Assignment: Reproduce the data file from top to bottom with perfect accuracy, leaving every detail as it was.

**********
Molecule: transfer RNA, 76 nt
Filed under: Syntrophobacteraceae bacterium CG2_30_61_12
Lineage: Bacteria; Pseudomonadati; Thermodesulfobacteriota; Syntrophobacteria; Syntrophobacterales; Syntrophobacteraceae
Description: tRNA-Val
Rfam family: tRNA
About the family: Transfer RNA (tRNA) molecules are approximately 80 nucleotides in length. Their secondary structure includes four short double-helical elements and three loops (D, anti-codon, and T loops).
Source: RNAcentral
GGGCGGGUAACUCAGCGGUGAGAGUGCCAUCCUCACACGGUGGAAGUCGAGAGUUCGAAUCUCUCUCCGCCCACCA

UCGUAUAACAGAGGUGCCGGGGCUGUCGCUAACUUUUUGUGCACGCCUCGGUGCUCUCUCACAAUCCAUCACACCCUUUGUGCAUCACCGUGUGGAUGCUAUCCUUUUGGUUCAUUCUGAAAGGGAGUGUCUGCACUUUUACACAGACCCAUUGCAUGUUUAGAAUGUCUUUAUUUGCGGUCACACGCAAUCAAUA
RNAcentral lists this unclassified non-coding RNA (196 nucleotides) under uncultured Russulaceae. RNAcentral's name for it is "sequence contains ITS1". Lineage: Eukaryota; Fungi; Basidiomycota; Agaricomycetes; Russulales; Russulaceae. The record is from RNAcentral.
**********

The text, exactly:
Molecule: transfer RNA, 76 nt
Filed under: Syntrophobacteraceae bacterium CG2_30_61_12
Lineage: Bacteria; Pseudomonadati; Thermodesulfobacteriota; Syntrophobacteria; Syntrophobacterales; Syntrophobacteraceae
Description: tRNA-Val
Rfam family: tRNA
About the family: Transfer RNA (tRNA) molecules are approximately 80 nucleotides in length. Their secondary structure includes four short double-helical elements and three loops (D, anti-codon, and T loops).
Source: RNAcentral
GGGCGGGUAACUCAGCGGUGAGAGUGCCAUCCUCACACGGUGGAAGUCGAGAGUUCGAAUCUCUCUCCGCCCACCA

UCGUAUAACAGAGGUGCCGGGGCUGUCGCUAACUUUUUGUGCACGCCUCGGUGCUCUCUCACAAUCCAUCACACCCUUUGUGCAUCACCGUGUGGAUGCUAUCCUUUUGGUUCAUUCUGAAAGGGAGUGUCUGCACUUUUACACAGACCCAUUGCAUGUUUAGAAUGUCUUUAUUUGCGGUCACACGCAAUCAAUA
RNAcentral lists this unclassified non-coding RNA (196 nucleotides) under uncultured Russulaceae. RNAcentral's name for it is "sequence contains ITS1". Lineage: Eukaryota; Fungi; Basidiomycota; Agaricomycetes; Russulales; Russulaceae. The record is from RNAcentral.